Here are the trap catches from the sites we received up to July 18. Note that sites are on different schedules to send in trap catches (spreading out our identification workload).
Nate reports that the warm weather has brought about higher aphid numbers, particularly in Ada, Crookston, Forest River, and Hatton. We've seen an increase in aphid numbers at almost all sites this week, although many sites still have very few aphids. Increased numbers have been mostly bird cherry oat aphid and green bug and probably represent aphids leaving maturing small grains in the region. Fortunately, we are still not seeing green peach or soybean aphid.
The Sabin trap has not been functioning correctly (the fan wasn't running). Make sure you are scouting in this area as we have not been able to get accurate counts. The problem has been fixed and next week’s numbers should accurately reflect vector numbers in the area.
So Keep Scouting!!
Scouting for aphids in potatoes:
- Select leaves from the lower to mid canopy. Lower, older leaves will have more established colonies and aphids prefer the balance of nutrients found here; aphids are rarely found on leaves in the upper canopy.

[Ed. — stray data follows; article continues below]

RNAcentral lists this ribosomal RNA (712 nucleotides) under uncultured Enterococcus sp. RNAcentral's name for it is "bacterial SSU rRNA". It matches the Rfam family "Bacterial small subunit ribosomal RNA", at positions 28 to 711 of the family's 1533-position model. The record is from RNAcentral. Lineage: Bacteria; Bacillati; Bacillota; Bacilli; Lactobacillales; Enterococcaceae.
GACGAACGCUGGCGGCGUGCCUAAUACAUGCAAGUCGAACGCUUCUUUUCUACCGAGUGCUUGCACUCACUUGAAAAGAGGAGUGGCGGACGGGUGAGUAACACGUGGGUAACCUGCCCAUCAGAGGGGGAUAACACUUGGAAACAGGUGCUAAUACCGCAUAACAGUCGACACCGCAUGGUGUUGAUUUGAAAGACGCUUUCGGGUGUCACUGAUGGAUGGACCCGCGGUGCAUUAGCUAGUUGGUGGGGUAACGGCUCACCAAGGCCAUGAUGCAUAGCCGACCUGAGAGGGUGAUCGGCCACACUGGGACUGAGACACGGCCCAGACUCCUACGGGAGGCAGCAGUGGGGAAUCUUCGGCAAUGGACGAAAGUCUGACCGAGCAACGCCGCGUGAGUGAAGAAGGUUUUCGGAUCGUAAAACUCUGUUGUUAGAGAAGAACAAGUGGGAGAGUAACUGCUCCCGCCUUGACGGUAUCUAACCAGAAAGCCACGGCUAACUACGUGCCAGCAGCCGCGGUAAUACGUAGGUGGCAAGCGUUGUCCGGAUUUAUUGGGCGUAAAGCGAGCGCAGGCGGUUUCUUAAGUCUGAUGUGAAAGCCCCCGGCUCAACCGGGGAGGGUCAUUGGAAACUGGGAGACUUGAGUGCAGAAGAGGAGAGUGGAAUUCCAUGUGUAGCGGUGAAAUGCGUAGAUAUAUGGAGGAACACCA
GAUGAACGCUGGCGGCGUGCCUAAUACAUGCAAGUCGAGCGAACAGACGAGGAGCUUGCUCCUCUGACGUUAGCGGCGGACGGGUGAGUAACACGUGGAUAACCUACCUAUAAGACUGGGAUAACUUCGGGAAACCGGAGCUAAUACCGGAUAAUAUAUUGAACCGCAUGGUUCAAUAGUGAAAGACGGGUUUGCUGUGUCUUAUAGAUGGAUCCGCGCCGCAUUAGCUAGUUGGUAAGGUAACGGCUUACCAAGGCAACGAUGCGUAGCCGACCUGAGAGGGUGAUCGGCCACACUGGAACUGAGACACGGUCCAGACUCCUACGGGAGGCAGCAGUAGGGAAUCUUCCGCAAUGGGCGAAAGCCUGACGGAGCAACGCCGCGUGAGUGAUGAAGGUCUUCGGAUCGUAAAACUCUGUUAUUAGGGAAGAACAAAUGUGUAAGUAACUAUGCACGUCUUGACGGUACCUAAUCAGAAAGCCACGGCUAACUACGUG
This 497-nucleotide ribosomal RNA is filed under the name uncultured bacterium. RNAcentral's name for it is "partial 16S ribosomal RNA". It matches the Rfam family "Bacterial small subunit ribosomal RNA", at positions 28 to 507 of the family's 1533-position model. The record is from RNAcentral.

- Avoid leaves on the ground or in contact with the soil.
- In seed potatoes there is only a threshold for PLRV (10 aphids/100 leaves), reactive application of insecticides an effective control for PVY.
- The use of feeding suppressing insecticides, such as pymetrozine (Fulfill®) or flonicamid (Beleaf®) and refined crop oils, such as Aphoil and JMS Stylet Oil, at or prior to field colonization by aphids may reduce the transmission of PVY within fields. Some other insecticides, such as clothianidin (Belay®), imidacloprid (Admire Pro® or Provado®), and spirotetramat (Movento®), have also been demonstrated to reduce the transmission of PVY.
- In table stock potatoes, a treatment threshold of 30 aphids /100 leaves should deter yield loss due to aphid feeding.